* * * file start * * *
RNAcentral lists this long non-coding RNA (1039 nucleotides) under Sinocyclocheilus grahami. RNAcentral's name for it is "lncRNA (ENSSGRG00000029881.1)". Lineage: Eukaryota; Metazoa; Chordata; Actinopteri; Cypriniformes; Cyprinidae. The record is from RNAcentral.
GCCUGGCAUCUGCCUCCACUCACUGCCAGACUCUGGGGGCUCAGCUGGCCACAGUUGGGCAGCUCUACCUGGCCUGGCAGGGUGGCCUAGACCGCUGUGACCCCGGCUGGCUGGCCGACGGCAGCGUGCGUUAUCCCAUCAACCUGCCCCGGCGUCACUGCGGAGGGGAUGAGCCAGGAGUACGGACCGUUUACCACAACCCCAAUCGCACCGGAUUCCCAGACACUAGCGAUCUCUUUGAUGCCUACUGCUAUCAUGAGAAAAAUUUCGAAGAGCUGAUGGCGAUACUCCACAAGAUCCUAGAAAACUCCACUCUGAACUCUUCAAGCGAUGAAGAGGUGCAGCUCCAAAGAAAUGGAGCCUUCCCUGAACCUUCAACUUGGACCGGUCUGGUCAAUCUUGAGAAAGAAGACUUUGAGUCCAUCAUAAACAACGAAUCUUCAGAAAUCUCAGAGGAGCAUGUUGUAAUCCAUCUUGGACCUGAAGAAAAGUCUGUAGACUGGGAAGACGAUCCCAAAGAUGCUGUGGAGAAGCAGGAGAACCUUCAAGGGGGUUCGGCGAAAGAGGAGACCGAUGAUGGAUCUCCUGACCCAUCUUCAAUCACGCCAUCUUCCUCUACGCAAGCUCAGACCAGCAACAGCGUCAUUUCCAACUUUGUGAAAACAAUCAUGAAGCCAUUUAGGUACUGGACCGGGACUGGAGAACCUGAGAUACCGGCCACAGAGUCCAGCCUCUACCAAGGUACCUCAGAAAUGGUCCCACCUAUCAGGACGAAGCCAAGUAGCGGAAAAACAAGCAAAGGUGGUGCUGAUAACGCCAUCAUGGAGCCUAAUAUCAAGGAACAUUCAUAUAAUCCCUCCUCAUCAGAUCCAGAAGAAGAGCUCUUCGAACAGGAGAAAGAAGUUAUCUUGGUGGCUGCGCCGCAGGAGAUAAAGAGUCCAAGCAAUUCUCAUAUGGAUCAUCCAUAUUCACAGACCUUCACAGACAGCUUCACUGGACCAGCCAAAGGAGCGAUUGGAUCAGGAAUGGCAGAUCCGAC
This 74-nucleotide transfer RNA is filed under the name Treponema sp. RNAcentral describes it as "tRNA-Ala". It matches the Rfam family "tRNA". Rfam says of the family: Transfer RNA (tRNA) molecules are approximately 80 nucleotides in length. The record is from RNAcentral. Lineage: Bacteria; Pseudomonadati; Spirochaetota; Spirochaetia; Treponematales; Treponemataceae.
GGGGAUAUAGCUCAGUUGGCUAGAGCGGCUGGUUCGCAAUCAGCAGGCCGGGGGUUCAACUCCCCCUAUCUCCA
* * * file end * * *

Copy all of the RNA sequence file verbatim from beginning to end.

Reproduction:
RNAcentral lists this long non-coding RNA (1039 nucleotides) under Sinocyclocheilus grahami. RNAcentral's name for it is "lncRNA (ENSSGRG00000029881.1)". Lineage: Eukaryota; Metazoa; Chordata; Actinopteri; Cypriniformes; Cyprinidae. The record is from RNAcentral.
GCCUGGCAUCUGCCUCCACUCACUGCCAGACUCUGGGGGCUCAGCUGGCCACAGUUGGGCAGCUCUACCUGGCCUGGCAGGGUGGCCUAGACCGCUGUGACCCCGGCUGGCUGGCCGACGGCAGCGUGCGUUAUCCCAUCAACCUGCCCCGGCGUCACUGCGGAGGGGAUGAGCCAGGAGUACGGACCGUUUACCACAACCCCAAUCGCACCGGAUUCCCAGACACUAGCGAUCUCUUUGAUGCCUACUGCUAUCAUGAGAAAAAUUUCGAAGAGCUGAUGGCGAUACUCCACAAGAUCCUAGAAAACUCCACUCUGAACUCUUCAAGCGAUGAAGAGGUGCAGCUCCAAAGAAAUGGAGCCUUCCCUGAACCUUCAACUUGGACCGGUCUGGUCAAUCUUGAGAAAGAAGACUUUGAGUCCAUCAUAAACAACGAAUCUUCAGAAAUCUCAGAGGAGCAUGUUGUAAUCCAUCUUGGACCUGAAGAAAAGUCUGUAGACUGGGAAGACGAUCCCAAAGAUGCUGUGGAGAAGCAGGAGAACCUUCAAGGGGGUUCGGCGAAAGAGGAGACCGAUGAUGGAUCUCCUGACCCAUCUUCAAUCACGCCAUCUUCCUCUACGCAAGCUCAGACCAGCAACAGCGUCAUUUCCAACUUUGUGAAAACAAUCAUGAAGCCAUUUAGGUACUGGACCGGGACUGGAGAACCUGAGAUACCGGCCACAGAGUCCAGCCUCUACCAAGGUACCUCAGAAAUGGUCCCACCUAUCAGGACGAAGCCAAGUAGCGGAAAAACAAGCAAAGGUGGUGCUGAUAACGCCAUCAUGGAGCCUAAUAUCAAGGAACAUUCAUAUAAUCCCUCCUCAUCAGAUCCAGAAGAAGAGCUCUUCGAACAGGAGAAAGAAGUUAUCUUGGUGGCUGCGCCGCAGGAGAUAAAGAGUCCAAGCAAUUCUCAUAUGGAUCAUCCAUAUUCACAGACCUUCACAGACAGCUUCACUGGACCAGCCAAAGGAGCGAUUGGAUCAGGAAUGGCAGAUCCGAC
This 74-nucleotide transfer RNA is filed under the name Treponema sp. RNAcentral describes it as "tRNA-Ala". It matches the Rfam family "tRNA". Rfam says of the family: Transfer RNA (tRNA) molecules are approximately 80 nucleotides in length. The record is from RNAcentral. Lineage: Bacteria; Pseudomonadati; Spirochaetota; Spirochaetia; Treponematales; Treponemataceae.
GGGGAUAUAGCUCAGUUGGCUAGAGCGGCUGGUUCGCAAUCAGCAGGCCGGGGGUUCAACUCCCCCUAUCUCCA